Joe Rogan: CM Punk Doesn’t Have the Talent to Fight in MMA

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After losing his second professional mixed martial arts fight,
Phil
Brooks
’ time in the
Ultimate Fighting Championship
has likely come to an end.

It was an unlikely odyssey for Brooks, better known as CM Punk, in
the first place, who like former UFC heavyweight champion Brock
Lesnar
, came from the world of WWE and professional
wrestling.

However, unlike Lesnar, Punk fought at welterweight, not as a
hulking 265-pound athletic and genetic freak. The former WWE
superstar just didn’t share Lesnar’s physical tools and talent,
which made Punk’s transition to MMA all the more difficult.

That lack of physical talent wasn’t lost on UFC color commentator
Joe Rogan, who called Punk’s last fight at
UFC 225
. Punk was soundly beaten in front of his native Chicago
crowd by Mike
Jackson
, whose own performance drew the ire of UFC President
Dana
White
. The end result was an ugly opening to an otherwise
decent pay-per-view, and Rogan wasn’t afraid to be real about
Punk’s MMA skills and ability (or lack thereof) on a post-fight
episode of his Joe Rogan Experience podcast:

“He’s a very nice guy and he’s a hard worker, but he does not have
athletic talent. He’s missing… he’s a showman, and when he was in
the WWE, he was allowed to say, ‘I am the fu*king man!’ And throw
his hand up in the air and say he is the man, and they had it
scripted so that he was the man.”

“He doesn’t have the ability to move his body right,” he added.
“There’s a lot of guys you can take out there, track and field
guys, football players and you can get them to fight better than
him in a couple of weeks easily because they are athletes.” “They’d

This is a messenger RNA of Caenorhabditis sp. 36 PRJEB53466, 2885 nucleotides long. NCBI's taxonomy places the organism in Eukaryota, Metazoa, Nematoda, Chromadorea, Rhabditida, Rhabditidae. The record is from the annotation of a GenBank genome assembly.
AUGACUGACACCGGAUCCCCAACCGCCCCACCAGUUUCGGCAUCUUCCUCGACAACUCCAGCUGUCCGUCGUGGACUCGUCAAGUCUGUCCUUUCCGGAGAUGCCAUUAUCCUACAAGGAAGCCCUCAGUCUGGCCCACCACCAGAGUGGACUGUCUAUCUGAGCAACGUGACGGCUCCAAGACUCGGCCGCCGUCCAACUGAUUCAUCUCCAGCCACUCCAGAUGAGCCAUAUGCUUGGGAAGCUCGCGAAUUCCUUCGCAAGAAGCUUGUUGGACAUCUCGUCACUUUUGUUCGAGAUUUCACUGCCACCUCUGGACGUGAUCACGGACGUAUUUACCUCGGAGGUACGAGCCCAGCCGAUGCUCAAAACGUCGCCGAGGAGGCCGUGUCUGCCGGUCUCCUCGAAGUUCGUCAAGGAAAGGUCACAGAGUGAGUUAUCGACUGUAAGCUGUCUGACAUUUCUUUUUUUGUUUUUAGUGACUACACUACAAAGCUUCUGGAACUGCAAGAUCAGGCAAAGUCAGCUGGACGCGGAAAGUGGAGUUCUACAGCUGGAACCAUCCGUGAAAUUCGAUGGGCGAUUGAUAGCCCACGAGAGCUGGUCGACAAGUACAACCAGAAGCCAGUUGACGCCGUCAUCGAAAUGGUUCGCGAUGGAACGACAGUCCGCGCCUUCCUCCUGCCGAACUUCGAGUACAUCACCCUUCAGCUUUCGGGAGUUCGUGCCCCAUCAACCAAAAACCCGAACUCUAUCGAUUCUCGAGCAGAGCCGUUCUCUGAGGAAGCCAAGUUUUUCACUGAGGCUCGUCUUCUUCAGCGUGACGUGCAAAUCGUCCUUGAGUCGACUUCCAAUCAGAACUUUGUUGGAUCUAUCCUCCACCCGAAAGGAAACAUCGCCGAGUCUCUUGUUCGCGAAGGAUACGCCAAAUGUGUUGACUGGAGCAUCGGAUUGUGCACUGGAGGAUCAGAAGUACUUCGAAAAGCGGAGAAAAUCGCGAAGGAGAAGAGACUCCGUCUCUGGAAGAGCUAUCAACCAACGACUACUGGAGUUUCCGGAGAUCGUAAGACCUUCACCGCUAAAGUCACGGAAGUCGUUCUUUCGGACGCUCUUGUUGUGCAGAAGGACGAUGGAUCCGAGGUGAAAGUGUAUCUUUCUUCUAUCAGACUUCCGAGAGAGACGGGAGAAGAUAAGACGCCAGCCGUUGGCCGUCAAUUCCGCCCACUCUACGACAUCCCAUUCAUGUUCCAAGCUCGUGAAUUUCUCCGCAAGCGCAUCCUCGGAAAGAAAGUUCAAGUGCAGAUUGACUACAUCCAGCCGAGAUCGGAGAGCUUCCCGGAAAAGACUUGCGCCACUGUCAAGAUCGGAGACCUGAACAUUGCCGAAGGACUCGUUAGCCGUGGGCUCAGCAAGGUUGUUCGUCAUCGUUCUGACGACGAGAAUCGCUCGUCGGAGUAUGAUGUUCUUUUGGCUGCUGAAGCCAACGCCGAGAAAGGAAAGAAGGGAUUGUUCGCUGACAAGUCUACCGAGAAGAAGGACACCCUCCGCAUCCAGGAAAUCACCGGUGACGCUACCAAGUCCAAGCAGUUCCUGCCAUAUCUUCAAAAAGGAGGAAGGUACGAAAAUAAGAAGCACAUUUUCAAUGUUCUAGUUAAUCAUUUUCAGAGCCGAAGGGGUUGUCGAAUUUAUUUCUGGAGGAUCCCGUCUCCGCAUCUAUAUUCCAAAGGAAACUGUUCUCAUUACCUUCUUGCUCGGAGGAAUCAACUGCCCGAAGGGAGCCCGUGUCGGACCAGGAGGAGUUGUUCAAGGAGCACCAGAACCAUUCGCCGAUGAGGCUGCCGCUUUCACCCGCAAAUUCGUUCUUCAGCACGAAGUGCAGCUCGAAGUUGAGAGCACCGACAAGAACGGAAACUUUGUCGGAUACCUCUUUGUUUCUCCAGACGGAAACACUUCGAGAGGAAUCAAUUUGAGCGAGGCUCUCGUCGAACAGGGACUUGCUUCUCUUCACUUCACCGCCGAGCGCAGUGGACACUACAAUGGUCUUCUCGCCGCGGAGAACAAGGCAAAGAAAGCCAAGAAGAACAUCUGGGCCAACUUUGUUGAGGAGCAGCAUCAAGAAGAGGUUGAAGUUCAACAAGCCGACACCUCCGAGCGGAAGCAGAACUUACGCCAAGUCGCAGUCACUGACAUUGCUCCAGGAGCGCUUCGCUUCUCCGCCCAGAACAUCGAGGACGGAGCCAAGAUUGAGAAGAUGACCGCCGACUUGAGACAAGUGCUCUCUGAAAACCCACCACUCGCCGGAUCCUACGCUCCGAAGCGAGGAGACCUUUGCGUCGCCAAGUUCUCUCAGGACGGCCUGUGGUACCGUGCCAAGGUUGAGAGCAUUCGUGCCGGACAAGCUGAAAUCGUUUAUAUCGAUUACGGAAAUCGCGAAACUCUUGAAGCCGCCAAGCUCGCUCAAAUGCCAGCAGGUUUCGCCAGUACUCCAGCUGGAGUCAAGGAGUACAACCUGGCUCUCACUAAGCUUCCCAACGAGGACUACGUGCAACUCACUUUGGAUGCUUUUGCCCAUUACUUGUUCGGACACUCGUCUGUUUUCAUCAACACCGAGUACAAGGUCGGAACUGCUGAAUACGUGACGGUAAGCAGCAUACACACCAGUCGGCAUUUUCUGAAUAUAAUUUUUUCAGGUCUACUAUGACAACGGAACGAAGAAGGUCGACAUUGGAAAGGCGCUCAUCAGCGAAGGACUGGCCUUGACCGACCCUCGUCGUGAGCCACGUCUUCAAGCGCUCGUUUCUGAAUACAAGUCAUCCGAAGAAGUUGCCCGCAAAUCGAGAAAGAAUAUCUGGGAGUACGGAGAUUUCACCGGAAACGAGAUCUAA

understand how to shift their weight and throw a punch. He doesn’t
have any talent, is all it is, he doesn’t have physical talent for
whatever reason. Whether it’s his approach, his intensity. It’s not
his coaching, it’s Duke-fu*king-Roufus.”

Punk’s first MMA fight was on the main card of UFC 203 back in
2016, where he was submitted in the first round in an uncompetitive
bout against Mickey
Gall
. The former WWE star told the press that he intended on
fighting again despite the results of his first professional fight,
and went back to the drawing board. In those two years since his
first and second contest, there hasn’t been any noticeable progress
in his game. Punk winged looping punches, only to get countered
nearly every time he tried to close the distance against
Jackson.

Rogan also agreed with White, who excoriated Jackson at the
post-fight press conference for his lackadaisical and uninterested
demeanor throughout the 15-minute beat down. White said “The Truth”
could have easily finished Punk multiple times throughout the
fight, but looked like he was holding back for whatever reason:

“If Mike Jackson went out there and just starched CM Punk with a
right hand and a left hook combination and that was the end of it,
they would say ‘well, CM Punk, you gave it a shot, that’s it, it’s
over. Mike, who’d you like to fight next?’ Now, it’s like ‘No,
you’re not even fighting in the UFC anymore because you should’ve
stopped him.’

“He tickled him. He fu*king tickled him during the fight.”

Jackson says he didn’t want to give the former professional
wrestler brain damage, which explains the prolonged beating. The
official judges’ scorecards were 30-26 all around, which translates
to a very uncompetitive fight.

If this was Punk’s last fight, which it likely will be, his effort
was admirable and profitable, at least the first time around. Early
numbers for the PPV buy-rate of UFC 225 showed an abysmal amount of
less than 150,000, so maybe the Punk circus has finally lost its
appeal.

Nowadays, the UFC seems to be looking to draw more from the NFL’s
talent pool than the WWE…

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